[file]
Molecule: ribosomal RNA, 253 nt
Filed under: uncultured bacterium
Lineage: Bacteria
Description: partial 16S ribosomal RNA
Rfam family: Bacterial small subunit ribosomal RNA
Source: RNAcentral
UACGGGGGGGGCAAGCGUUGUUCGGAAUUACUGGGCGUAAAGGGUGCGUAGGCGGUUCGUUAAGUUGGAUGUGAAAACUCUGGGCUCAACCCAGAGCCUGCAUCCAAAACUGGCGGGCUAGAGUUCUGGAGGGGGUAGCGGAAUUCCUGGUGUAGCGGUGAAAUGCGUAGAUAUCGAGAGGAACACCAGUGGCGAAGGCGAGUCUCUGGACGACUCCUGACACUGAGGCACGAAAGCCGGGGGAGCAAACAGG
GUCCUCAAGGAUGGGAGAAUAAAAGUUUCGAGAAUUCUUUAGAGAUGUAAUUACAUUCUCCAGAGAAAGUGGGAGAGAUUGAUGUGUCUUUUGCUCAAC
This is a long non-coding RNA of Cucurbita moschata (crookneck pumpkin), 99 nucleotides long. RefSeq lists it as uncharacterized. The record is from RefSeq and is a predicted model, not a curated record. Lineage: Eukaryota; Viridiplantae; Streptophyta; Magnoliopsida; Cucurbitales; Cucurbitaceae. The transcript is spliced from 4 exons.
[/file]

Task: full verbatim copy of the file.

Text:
Molecule: ribosomal RNA, 253 nt
Filed under: uncultured bacterium
Lineage: Bacteria
Description: partial 16S ribosomal RNA
Rfam family: Bacterial small subunit ribosomal RNA
Source: RNAcentral
UACGGGGGGGGCAAGCGUUGUUCGGAAUUACUGGGCGUAAAGGGUGCGUAGGCGGUUCGUUAAGUUGGAUGUGAAAACUCUGGGCUCAACCCAGAGCCUGCAUCCAAAACUGGCGGGCUAGAGUUCUGGAGGGGGUAGCGGAAUUCCUGGUGUAGCGGUGAAAUGCGUAGAUAUCGAGAGGAACACCAGUGGCGAAGGCGAGUCUCUGGACGACUCCUGACACUGAGGCACGAAAGCCGGGGGAGCAAACAGG
GUCCUCAAGGAUGGGAGAAUAAAAGUUUCGAGAAUUCUUUAGAGAUGUAAUUACAUUCUCCAGAGAAAGUGGGAGAGAUUGAUGUGUCUUUUGCUCAAC
This is a long non-coding RNA of Cucurbita moschata (crookneck pumpkin), 99 nucleotides long. RefSeq lists it as uncharacterized. The record is from RefSeq and is a predicted model, not a curated record. Lineage: Eukaryota; Viridiplantae; Streptophyta; Magnoliopsida; Cucurbitales; Cucurbitaceae. The transcript is spliced from 4 exons.